These Hands Don't Haze, But Do Yours?

These Hands Don't Haze, But Do Yours?

The Greek Life hazing culture needs to end now.
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Lately, all I have been hearing on the news is how bad Greek Life is.

And to be honest, I really do not blame a single person for having this view after what has happened recently with all the alcohol-related deaths at fraternity parties, specifically pledges. Last year at Penn State, a pledge of Beta Theta Pi Fraternity died following a party where he was forced to drink an excessive amount of alcohol to the point where he fell down the stairs, head first.

His fellow "brothers" did nothing to get him the help he needed and after a few more tumbles and 12 hours had passed, they finally called for help but it was too late. This boy, just 19 at the time, was from a town right by where I grew up. Our high schools played each other in sports and the weird thing is, I probably watched him play football.

Now, he is the poster child for the dangers of Greek Life and a real example of what happens when hazing goes wrong.

The scariest part of this story is that is can happen anywhere.

And I mean literally on any college campus that has Greek Life. Take a look. Recently, there have been deaths related to hazing or alcohol at Florida State University, Louisiana State University, and Texas State University. This is not just a Penn State problem because they have the biggest spotlight. This issue is a Greek Life problem and the culture around hazing.

I am not sure how, when or why, but hazing has become the norm for sororities and fraternities everywhere. I doubt that you will ever find a college campus with Greek Life that does not have some issue with hazing, no matter how big or small the offense is, because it is that ingrained in the culture. Even chapters that were founded on no hazing will still haze their pledges because it's a "right of passage."

It is crazy hearing what people say in order to justify hazing.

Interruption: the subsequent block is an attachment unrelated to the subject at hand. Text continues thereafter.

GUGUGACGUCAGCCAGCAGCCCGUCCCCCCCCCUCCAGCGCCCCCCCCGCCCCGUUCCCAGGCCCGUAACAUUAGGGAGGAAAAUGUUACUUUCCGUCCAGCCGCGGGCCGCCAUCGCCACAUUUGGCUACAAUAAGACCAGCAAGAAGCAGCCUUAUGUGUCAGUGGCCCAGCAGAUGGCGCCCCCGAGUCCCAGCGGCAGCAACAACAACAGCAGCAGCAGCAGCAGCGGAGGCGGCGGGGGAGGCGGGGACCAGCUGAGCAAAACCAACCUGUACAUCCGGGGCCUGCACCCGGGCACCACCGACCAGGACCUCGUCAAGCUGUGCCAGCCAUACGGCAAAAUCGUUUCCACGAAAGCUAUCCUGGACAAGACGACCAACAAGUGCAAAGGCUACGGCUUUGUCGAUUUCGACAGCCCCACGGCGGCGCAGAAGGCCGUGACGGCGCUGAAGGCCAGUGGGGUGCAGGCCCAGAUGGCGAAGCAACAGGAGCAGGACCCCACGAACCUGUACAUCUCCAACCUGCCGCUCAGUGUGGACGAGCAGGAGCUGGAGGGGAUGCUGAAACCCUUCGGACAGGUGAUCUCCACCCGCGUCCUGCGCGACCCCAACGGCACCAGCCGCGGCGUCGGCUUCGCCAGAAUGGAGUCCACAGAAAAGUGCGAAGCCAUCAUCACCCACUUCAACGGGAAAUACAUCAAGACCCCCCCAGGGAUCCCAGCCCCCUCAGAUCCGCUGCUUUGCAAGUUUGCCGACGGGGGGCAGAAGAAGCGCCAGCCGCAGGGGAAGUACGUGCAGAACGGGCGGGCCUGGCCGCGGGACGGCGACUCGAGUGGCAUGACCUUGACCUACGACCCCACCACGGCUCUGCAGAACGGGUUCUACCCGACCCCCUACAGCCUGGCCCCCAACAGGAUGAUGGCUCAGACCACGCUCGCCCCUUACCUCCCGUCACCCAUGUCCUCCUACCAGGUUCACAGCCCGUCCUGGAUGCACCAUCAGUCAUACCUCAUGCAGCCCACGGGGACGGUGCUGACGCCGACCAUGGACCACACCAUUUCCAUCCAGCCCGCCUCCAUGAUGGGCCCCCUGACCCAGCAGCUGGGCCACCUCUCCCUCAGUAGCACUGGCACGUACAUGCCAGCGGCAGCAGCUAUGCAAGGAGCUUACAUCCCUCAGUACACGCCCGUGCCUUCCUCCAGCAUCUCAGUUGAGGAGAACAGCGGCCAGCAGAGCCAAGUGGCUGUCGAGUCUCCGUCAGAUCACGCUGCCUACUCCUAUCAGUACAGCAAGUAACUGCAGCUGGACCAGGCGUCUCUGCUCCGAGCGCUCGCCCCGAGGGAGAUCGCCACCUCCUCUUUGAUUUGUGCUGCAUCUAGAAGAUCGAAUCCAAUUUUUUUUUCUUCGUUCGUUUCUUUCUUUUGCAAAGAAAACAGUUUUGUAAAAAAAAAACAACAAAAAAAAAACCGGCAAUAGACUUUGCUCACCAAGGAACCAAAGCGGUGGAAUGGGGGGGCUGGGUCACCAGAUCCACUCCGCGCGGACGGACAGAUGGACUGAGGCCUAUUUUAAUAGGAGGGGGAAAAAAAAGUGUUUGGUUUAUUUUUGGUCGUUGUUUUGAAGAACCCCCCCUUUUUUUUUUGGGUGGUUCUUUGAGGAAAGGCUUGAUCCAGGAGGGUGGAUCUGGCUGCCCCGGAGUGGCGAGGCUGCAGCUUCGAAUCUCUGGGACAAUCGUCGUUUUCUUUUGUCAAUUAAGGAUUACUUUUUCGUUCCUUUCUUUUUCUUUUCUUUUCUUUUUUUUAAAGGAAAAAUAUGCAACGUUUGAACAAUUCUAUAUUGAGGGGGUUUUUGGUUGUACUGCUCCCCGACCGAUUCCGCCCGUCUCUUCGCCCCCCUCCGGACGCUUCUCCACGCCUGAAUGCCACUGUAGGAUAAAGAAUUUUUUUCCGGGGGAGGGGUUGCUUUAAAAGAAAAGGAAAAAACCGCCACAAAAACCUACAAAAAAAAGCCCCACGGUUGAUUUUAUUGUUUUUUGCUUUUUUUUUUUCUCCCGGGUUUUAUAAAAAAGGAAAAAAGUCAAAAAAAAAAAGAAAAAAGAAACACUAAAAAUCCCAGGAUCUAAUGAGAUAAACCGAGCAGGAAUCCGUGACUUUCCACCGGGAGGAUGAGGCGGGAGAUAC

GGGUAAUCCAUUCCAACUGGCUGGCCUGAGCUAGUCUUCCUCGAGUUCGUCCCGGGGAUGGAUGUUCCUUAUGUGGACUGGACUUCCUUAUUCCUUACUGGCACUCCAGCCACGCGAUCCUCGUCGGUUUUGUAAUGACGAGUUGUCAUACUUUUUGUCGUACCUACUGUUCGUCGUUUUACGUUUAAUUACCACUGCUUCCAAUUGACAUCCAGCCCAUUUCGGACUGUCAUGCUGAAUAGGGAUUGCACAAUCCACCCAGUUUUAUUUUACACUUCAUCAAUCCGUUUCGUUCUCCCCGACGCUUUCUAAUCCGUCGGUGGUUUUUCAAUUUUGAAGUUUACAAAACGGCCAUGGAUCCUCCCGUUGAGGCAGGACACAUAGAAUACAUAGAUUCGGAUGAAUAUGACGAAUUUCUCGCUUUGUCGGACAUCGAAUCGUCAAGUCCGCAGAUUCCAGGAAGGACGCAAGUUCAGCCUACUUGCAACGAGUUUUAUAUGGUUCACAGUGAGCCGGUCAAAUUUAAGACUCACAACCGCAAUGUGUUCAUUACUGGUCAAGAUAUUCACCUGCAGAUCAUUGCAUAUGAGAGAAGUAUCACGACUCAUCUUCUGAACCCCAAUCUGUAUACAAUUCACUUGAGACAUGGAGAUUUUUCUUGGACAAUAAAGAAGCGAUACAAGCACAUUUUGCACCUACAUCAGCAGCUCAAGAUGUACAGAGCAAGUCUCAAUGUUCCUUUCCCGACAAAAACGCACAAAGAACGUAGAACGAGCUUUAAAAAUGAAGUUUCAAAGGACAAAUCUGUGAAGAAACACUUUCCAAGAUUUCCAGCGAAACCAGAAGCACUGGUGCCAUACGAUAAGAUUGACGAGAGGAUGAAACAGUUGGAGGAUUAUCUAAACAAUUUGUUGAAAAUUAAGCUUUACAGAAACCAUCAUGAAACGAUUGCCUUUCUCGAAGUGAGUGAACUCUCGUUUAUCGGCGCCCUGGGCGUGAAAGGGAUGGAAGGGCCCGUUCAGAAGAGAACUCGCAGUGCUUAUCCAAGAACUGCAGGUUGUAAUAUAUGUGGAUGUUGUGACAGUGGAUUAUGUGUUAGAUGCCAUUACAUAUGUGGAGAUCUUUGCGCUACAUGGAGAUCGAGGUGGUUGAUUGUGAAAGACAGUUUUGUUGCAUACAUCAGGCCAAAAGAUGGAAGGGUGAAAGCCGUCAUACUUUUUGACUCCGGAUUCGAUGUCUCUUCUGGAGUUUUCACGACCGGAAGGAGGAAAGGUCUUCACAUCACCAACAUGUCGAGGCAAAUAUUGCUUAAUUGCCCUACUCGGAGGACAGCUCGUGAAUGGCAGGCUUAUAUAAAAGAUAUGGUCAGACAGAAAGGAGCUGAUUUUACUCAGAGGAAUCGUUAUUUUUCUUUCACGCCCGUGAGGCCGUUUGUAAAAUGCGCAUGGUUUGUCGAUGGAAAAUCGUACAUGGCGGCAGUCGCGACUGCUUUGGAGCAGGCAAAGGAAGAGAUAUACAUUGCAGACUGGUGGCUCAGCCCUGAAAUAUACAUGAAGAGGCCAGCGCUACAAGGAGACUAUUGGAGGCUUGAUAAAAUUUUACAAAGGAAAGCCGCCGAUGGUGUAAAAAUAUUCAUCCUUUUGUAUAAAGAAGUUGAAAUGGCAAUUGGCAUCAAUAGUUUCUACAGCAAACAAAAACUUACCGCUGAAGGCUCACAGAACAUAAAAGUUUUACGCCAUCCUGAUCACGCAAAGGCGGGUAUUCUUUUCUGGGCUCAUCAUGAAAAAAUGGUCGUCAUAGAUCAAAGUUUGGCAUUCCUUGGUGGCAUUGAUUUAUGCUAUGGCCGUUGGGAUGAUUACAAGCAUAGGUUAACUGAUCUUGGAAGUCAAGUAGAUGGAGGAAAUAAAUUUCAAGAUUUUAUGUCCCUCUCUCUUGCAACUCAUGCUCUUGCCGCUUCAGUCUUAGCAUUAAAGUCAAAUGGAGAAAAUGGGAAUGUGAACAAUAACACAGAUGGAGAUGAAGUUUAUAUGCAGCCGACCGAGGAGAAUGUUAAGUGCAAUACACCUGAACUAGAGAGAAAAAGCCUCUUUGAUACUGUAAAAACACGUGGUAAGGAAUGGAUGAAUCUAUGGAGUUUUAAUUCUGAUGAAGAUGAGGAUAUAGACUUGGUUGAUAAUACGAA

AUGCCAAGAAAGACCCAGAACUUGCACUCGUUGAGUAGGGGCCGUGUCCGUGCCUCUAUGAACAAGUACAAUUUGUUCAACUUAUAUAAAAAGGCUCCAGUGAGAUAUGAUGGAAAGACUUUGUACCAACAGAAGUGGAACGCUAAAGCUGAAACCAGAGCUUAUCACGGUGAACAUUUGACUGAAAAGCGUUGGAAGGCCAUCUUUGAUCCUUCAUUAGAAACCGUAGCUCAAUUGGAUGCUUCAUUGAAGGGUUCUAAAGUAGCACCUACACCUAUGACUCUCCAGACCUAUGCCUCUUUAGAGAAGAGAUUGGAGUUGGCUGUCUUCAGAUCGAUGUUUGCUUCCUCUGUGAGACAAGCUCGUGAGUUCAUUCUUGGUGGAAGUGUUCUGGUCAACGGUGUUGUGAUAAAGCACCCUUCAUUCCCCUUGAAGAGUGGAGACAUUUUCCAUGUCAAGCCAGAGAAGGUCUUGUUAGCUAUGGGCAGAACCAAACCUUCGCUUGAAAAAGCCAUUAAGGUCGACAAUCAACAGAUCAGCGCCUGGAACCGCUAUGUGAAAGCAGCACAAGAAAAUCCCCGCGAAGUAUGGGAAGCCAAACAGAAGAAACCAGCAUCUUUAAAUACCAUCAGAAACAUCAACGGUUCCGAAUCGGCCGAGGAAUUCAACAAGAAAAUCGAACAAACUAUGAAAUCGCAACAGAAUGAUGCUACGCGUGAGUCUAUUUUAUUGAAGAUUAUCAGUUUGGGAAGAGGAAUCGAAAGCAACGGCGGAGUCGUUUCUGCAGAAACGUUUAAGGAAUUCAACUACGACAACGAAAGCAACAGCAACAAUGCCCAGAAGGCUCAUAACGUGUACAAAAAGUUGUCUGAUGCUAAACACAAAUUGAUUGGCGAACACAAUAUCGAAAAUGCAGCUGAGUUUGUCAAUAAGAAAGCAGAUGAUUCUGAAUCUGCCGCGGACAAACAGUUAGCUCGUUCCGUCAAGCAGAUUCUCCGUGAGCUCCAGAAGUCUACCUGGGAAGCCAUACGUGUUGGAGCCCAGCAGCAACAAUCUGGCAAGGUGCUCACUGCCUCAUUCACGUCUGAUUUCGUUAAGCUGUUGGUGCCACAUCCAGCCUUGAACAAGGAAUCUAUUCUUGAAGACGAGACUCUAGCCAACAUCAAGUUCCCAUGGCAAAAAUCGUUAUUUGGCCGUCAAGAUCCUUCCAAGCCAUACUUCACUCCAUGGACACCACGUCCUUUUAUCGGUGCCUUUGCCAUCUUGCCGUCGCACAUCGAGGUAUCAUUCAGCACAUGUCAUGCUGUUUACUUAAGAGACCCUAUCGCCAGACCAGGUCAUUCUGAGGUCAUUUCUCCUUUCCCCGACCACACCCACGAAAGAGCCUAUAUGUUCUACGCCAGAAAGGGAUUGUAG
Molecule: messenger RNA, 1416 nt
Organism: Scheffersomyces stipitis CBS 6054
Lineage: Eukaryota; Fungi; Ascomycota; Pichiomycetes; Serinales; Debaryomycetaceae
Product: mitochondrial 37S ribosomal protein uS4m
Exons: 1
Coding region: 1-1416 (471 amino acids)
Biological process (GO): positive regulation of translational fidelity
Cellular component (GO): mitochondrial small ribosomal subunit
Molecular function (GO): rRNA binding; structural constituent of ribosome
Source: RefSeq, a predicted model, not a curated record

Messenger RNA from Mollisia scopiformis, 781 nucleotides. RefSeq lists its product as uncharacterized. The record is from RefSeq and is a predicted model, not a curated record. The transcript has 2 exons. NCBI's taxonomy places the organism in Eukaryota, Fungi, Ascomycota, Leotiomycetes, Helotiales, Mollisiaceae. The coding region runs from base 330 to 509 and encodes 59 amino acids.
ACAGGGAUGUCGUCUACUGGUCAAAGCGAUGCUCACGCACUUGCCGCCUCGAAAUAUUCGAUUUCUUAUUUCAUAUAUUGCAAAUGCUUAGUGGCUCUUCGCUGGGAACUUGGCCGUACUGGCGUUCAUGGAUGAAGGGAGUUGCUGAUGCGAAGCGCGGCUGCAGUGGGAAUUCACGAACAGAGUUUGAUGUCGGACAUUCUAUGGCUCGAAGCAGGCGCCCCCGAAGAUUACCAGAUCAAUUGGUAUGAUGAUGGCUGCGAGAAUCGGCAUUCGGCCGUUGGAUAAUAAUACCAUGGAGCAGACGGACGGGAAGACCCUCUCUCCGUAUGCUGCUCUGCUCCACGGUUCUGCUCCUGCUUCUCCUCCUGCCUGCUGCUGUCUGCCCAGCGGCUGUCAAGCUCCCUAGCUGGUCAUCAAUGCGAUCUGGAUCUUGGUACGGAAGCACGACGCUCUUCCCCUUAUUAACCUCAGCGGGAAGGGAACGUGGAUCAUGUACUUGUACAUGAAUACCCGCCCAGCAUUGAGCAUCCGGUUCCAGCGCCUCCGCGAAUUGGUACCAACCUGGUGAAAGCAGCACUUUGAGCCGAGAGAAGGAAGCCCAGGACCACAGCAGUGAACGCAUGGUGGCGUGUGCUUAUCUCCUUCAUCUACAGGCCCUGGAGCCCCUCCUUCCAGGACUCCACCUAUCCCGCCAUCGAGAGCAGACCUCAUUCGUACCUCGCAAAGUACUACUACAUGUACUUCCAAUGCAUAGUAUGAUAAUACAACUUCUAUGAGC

"It brings us closer together."

"It makes us better people."

"It makes us more loyal members."

"It's tradition."

"It's all fun, we won't hurt anyone."

"It could be worse."

The list could go on forever.

But you know, is it really fun being told what to do with no say, no matter how much you don't want to do it? Will it really make you more loyal? And yeah it will bring you closer together, just like any traumatic experience would. I don't, and will never, understand why hazing is the preferred method of "bonding" for some organizations.

If you get new members, wouldn't you want them to feel welcomed, accepted and appreciated rather than torn down, defeated and demoralized? Because that is what your hazing does to them, no matter how "fun" it is.

I thank God every time I hear a new tragic story about another hazing-related death that my sorority did not haze me or any other girl. There was never anything except love and respect from the older girls to my new pledge class and I am forever grateful that we will avoid those hazing statistics.

I have been able to create meaningful relationships and fond memories without ever being forced to do something I didn't want to do. It only takes one night, one activity or one extra drink to push someone over the edge towards tragedy and I am not sure why anyone would run the risk of that happening to themselves or their brothers and sisters.

I love Greek Life and will always be proud to be part of my chapter. I don't want you to think that I want Greek Life banned forever by any means, as I think it provides unparalleled opportunities that I haven't found in other organizations.

However, the culture around hazing needs to end right now.

Hazing does not make you cool. Hazing does not make you respectable. Hazing does not make you a "real" sorority or fraternity. Hazing only opens up you and the people you are supposed to care about in your chapter to possible disaster.

Best case scenario, you bullied a group of new members for around a semester. Worst case scenario, you end up on the news, being charged with involuntary manslaughter for the death of your fellow brother or sister.

With these two options in mind, are you really willing to take the risk just to haze for tradition's sake?

These horror stories need to stop here. We cannot allow hazing to continue anywhere on the spectrum. We need to stop it cold and if the recent stories haven't convinced you, I'm hoping this will. There is no safe hazing or fun hazing. You are not doing anyone, especially yourself, a favor by taking part in hazing events as a facilitator or participant.

You may think your chapter is invincible, that it could never happen to you and that you will never get caught. But the second hazing goes wrong, it is all over.

Cover Image Credit: Flickr Creative Commons

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This is the boy or girl who simply can not think for themselves. The 17-year-old puts their own personal goals and interests aside to sacrifice for a six-month high school relationship. This will more than likely end at an end of semester transfer after the relationship has been tested for a month or two in college life. So if you want to really enjoy your freshman year, make your own decisions and do what is best for you.

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Be the freshman who can manage time between friends and relationships.

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6. Don't be that freshman who only talks to their high school friends

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